LTE Network Design
In an LTE cellular network an LTE base station (eNodeB) traditionally uses three sectors and three antennas.
This antenna sectorization technique ensures that sectors of the same eNodeB do not interfere with each other. The network can re-use the same frequency band in each cell (frequency re-use factor of 1) and each sector has the following general characteristics:
- An azimuth plane coverage angle of 120 degrees provides sector coverage in the azimuth plane using the main antenna lobe.
- An elevation plane coverage angle provides coverage in the elevation plane. The z-axis side lobes are also used for this purpose.
A mechanical tilt is used to point antennas downwards to provide better coverage in terrestrial environments.
Figure 1: Antenna Tilt
Only the main antenna lobe is depicted in this figure.
Figure 2: Antenna Sectorization
Horizontal radiation pattern for 3-sector antenna.
In addition to antenna sectorization, LTE supports beamforming, a technique whereby the antenna beam is concentrated in a specific direction to improve the link budget and thus the connection to a given terminal (or to multiple terminals simultaneously) using space separation. It should be noted that beamforming works in both the transmit or receive paths.
Figure 3: Beamforming Illustrated
Beamforming can be used to focus the antenna in the direction of interest and create a null in the direction of an interferer / Beamforming can be used to focus the antenna pattern in a given direction and thus increase the reach by separating users in space.
More recently, full dimension MIMO, introduced in 3GPP LTE Release 13 and improved in Release 142 3, allows generalized beamforming in the vertical axis. However, the main direction of the eNodeB antenna beam is towards the ground since LTE was originally designed to serve ground-based terminals.
The introduction of drones and other aerial devices impacts LTE network design in several ways. Drones generally fly above the base station antenna height—something that was not anticipated at first in network planning–creating unexpected coverage conditions. On the negative side, drones are covered by only the side lobes of the elevation plane and thus suffer from lower antenna gain; but on the positive side, the line of sight probability is significantly increased since direct obstacles and shadowing occur less frequently. Aerial devices are therefore visible from more cells than terrestrial devices, and when the aerial device is at the exact zenith of a base station, it may even be possible that, because of the antenna patterns, the signal from neighboring cells is stronger than the signal from the cell just below the device. First observations show that coverage geometry for objects above average antenna height is significantly different than the coverage experienced by terrestrial devices.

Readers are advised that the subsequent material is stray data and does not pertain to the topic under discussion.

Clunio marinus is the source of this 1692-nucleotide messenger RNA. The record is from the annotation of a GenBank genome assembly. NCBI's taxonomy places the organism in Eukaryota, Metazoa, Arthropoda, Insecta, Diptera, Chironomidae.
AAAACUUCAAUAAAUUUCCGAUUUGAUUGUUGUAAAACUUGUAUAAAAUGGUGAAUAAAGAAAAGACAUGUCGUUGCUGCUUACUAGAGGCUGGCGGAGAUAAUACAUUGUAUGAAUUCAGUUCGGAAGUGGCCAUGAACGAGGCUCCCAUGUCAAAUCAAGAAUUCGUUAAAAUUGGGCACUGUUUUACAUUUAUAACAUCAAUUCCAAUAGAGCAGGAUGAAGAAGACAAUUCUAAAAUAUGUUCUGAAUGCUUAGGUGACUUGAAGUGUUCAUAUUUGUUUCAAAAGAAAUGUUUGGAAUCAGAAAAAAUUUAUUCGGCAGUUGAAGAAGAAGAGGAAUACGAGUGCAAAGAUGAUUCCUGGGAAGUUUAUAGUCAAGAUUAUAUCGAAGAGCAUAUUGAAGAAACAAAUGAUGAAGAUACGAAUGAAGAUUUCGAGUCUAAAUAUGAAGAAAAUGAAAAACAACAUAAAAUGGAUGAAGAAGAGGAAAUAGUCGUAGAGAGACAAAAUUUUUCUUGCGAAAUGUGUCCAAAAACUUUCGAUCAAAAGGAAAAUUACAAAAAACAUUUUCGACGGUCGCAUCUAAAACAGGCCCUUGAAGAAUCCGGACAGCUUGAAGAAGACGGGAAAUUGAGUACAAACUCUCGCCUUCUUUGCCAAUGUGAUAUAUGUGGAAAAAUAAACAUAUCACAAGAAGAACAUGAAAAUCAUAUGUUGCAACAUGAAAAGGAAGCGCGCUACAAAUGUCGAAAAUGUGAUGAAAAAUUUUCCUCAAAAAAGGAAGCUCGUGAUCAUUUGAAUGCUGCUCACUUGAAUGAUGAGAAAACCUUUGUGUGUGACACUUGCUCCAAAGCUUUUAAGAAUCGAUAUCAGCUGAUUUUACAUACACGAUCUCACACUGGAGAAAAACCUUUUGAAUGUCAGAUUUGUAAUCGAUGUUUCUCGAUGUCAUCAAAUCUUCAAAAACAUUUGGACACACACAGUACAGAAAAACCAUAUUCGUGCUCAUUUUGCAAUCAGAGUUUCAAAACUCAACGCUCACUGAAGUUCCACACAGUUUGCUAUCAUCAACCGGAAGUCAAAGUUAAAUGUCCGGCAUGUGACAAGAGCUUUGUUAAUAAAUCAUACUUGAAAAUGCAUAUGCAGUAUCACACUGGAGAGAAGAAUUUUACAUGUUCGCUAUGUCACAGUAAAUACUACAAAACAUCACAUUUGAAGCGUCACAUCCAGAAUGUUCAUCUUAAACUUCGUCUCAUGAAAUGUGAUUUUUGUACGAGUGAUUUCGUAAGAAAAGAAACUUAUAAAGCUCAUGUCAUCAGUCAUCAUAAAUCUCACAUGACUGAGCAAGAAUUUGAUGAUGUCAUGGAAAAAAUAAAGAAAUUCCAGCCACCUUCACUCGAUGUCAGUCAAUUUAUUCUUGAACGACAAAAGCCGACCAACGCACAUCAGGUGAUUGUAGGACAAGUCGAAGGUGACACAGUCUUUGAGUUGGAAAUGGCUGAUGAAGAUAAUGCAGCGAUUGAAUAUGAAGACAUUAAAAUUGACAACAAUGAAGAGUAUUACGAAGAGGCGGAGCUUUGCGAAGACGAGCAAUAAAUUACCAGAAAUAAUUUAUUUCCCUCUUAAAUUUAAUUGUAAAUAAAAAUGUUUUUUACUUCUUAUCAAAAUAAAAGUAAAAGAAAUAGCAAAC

Figure 4: Illustration of the Cell Coverage Experienced by Aerial Vehicles
Because of this differing geometry, we can anticipate that drones will suffer from increased interference from neighboring cells in the downlink direction, and even more interference in the uplink direction, impacting terrestrial user equipment. In order to assess the impact of drones in an LTE network, we have conducted system simulations. The key findings are highlighted in the following figures:
Figure 5: Snapshot of the System Level Simulation to Investigate Impact of Drones in LTE Network
Figures 6 and 7 show the Cumulated Density Function (CDF) of the signal to interference and noise ratio (SINR) for aerial and terrestrial devices for various penetration rates of aerial devices.
In the downlink, drones are more easily reachable from inter-cell signals and this has an average impact of -9dB on the downlink SINR compared to the downlink SINR of the terrestrial UEs with no drone presence. The downlink SINR of the terrestrial devices is not affected by the presence of drones. However, because of the degraded performance of drone UEs, the network will suffer from an overall degradation of capacity, since more resources must be allocated to drones to compensate for their lower SINR. As a result, the downlink performance of terrestrial UEs is also affected by the presence of aerials.
Figure 6: DL SINR CDF performance of terrestrial and aerial UEs
Shown without (solid line) and with (dashed lines) the presence of drones.
In the downlink, drone UEs suffer from a degradation of SINR compared to terrestrial UEs; signal quality of the terrestrial UE is not affected but the overall network capacity can be degraded because of the drone’s low SINR
Figure 7: UL SINR CDF performance of terrestrial and drone UEs
Shown without (solid line) and with (dashed lines) the presence of aerials.
In the uplink, drones have a more dominant inter-user presence than terrestrial UEs and this has an average impact of -16dB on uplink SINR degradation for terrestrial UEs, compared to the uplink SINR performance of terrestrial UEs when aerials are not present. The uplink average SINR degradation of aerials compared to terrestrial UEs without aerial presence is not as significant. It should be noted that these results were obtained without power control.
Aerial UEs generate significant uplink interference that impacts terrestrial UE performance. Uplink performance of drone UEs are however similar to regular UE performance (without presence of drones.)
These simulation results show that the presence of drones inside an LTE network not only results in degraded downlink connectivity for aerial devices, but also has a significant negative impact on the uplink connection of terrestrial devices.
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